At the Washington reception, Michael John said learned his father’s life was threatened not only by the enemy but by the soldiers protecting him.
“Kristi Noem said the code talkers had a target on their backs. If they were caught, the (Allied) soldiers were supposed to kill them (so they didn’t reveal the language),” he said. “It made an impact on my mind. If my dad was caught, I wouldn’t be here, and my children and brothers and sisters wouldn’t be here.”
During World War II, Cody John was stationed in the Pacific Theater, first in Australia and then in the Philippines as part of the “island hopping” strategy leading to Japan’s surrender.
After Saturday’s ceremony, Walter John told the Press & Dakotan that attending the Washington ceremony was “fantastic.” However, he feels the code talkers’ contributions have been overlooked until now.
“This recognition is a long time coming,” he said. “They should have had it a long time ago.”
American Indians have served honorably in the U.S. military despite their grievances against the federal government, Walter said.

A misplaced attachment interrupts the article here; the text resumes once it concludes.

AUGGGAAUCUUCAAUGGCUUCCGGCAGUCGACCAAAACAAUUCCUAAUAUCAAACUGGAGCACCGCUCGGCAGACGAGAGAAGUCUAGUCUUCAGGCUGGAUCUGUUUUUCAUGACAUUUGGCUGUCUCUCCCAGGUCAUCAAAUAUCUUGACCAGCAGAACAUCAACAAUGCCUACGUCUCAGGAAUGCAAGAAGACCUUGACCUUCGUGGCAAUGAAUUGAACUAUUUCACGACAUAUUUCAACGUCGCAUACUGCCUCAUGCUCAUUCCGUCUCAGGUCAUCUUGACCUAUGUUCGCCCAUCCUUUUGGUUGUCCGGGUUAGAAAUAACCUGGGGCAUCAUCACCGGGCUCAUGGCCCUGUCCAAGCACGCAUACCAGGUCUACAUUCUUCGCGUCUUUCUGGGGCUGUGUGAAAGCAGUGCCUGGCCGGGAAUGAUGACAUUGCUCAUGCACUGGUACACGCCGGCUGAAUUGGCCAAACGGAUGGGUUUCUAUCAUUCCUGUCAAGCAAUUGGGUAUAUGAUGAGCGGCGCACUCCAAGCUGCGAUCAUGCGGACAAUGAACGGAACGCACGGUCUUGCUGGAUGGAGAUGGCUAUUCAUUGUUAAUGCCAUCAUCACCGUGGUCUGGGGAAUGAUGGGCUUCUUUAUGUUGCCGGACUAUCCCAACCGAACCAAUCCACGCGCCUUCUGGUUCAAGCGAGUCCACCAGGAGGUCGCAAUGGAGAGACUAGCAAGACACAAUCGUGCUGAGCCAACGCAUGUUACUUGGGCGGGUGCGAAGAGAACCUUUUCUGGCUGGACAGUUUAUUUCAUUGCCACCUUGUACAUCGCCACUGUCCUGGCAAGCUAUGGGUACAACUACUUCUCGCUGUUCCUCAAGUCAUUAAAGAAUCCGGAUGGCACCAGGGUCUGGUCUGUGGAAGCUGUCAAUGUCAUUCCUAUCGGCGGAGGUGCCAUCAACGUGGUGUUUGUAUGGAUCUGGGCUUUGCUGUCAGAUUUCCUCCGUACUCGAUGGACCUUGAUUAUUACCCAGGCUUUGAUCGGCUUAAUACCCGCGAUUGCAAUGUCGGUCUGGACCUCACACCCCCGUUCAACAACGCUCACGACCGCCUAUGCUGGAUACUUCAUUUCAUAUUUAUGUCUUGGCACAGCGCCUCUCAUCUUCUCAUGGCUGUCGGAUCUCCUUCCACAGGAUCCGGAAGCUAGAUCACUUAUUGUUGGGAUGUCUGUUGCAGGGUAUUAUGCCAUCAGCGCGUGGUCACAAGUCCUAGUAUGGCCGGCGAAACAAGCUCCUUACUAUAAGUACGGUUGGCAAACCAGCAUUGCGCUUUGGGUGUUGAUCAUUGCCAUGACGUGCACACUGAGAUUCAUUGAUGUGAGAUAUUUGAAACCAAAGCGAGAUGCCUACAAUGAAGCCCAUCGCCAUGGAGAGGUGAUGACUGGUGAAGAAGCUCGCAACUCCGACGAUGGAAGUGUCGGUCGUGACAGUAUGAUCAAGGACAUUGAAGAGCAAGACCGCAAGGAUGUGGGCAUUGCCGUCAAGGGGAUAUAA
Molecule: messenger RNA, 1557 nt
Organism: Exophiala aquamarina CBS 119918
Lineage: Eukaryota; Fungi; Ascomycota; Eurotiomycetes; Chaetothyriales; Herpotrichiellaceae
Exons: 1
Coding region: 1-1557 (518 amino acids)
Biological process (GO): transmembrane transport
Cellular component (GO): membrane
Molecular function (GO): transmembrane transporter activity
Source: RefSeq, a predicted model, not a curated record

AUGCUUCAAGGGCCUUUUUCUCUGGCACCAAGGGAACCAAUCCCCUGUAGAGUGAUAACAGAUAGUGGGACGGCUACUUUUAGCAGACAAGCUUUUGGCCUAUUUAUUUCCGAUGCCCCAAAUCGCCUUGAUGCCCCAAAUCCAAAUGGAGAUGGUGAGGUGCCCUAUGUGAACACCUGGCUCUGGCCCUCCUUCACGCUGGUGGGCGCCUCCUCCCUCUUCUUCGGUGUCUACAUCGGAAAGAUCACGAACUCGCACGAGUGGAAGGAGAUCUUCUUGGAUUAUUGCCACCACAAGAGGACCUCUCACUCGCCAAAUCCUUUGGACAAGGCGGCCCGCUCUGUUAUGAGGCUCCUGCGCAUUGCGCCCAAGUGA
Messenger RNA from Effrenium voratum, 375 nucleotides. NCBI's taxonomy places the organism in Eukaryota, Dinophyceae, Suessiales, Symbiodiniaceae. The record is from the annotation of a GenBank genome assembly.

U.S. Senate Majority Leader Harry Reid (D-Nev.) referred to those issues at the Washington ceremony, according to Santee Sioux tribal member Rick Thomas, a Vietnam veteran.
“Senator Reid said, ‘It’s an honor to be here with the ‘originals.’ I know the history you have been through. We have taken your land, we have separated your families and we have sent your children to boarding schools,’” Thomas said.
The code talkers formed an elite group during World Wars I and II, Thomas said.
“Here, it’s the 21st century, and they’re just now beginning to recognize how valuable these vets are, because of the code talking,” he said.
Saturday’s speakers noted, ironically, the code talkers used native languages that the U.S. government and others had sought to extinguish for generations.
“Harry Reid said, ‘We tried to take your language away, but we needed it to win the war,’” said Crow Creek tribal chairman Brandon Sazue.
Santee Sioux tribal member Redwing Thomas, who teaches the Dakota language, paid tribute to all code talkers with a victory song. He spoke of the need for keeping alive the native language.
Santee Sioux chairman Trudell, a Vietnam veteran who fought in the Battle of Hamburger Hill, noted his grandfather served in World War I even though he wasn’t a U.S. citizen.